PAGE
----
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Bilateral cooperation

Water for people


Children in Somalia are playing in a river. Copyright: Manoocher Deghati/IRINThe right to water is a hu­man right; this has been em­pha­sised by the German go­vern­ment in its seventh report on its human rights policy in the context of foreign relations, as well as in other policy areas. Ger­many therefore helps its part­ner countries to imple­ment this right and pro­mo­tes a wide range of mea­sures in all areas of water management.

Reform of the water sector

Water crises are not simply a stroke of fate: they are almost always precipitated by human activity. They are frequently the result of an unequal distribution of power and of political mismanagement.

The poor, in particular, are often unable to assert their right to water. Corruption and cumbersome bureaucracy also hinder people's access to adequate water supplies. Because there is no comprehensive legislation on water, water users and providers often lack legal security.

In addition, technical systems in many countries are outdated and inefficient. Modernisation strategies are lacking, as are investment plans and the money to implement them.

If water resource management is to be improved, therefore, the water sector must be reformed and good governance stepped up. Germany supports its partner countries in bringing about these changes.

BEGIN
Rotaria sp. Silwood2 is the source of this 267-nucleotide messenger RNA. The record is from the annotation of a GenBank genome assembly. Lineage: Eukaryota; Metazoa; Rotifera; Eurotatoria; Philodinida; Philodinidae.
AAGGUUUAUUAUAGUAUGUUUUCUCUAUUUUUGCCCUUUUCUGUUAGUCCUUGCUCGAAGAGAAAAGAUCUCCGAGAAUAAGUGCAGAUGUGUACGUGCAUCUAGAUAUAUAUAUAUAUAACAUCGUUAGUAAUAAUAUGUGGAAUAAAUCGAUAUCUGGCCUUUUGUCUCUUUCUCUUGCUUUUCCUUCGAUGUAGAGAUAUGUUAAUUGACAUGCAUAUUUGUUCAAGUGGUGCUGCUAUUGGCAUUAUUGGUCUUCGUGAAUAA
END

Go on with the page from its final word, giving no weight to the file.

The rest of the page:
Drinking water and sanitation

Polluted water makes people ill. According to the United Nations Development Programme (UNDP), more than 2.6 billion people – over 40 per cent of the world's population – have no access to suitable sanitation facilities and therefore endure degrading living conditions.

When people are ill they cannot work and have no opportunity to escape po­ver­ty. In the developing countries five billion working days and more than 400 mil­lion school days are lost each year as a result of water­borne diseases. In­ade­qua­te water and sanitation causes sub-Saharan Africa to lose five per cent of its gross domestic product annually – more than the region receives in development aid.

Water scarcity also stands in the way of education and gender equality. Millions of women and girls spend many hours each day fetching water from distant water points or rivers. Because of this they have less time to attend school or engage in income-generating activities.

Germany supports water and sewage utilities in its partner countries. Through funding and organisational and management advice these utilities are helped to become more customer-oriented and efficient.

In supporting municipal water and sewage services the focus is frequently on overhauling the existing pipe network and training specialist staff. In rural areas the priority is setting up decentralised supply and disposal systems.

Sewage treatment systems can harness the nutrients contained in household sewage to be used in agriculture and can reduce environmental pollution. Ger­ma­ny therefore supports ecological sanitation (ecosan) strategies which aim to pu­ri­fy water and collect nutrients so that they can be returned to the environment.

Standard elements of all programmes in this field are hygiene and awareness-raising measures and user involvement in project planning and implementation.

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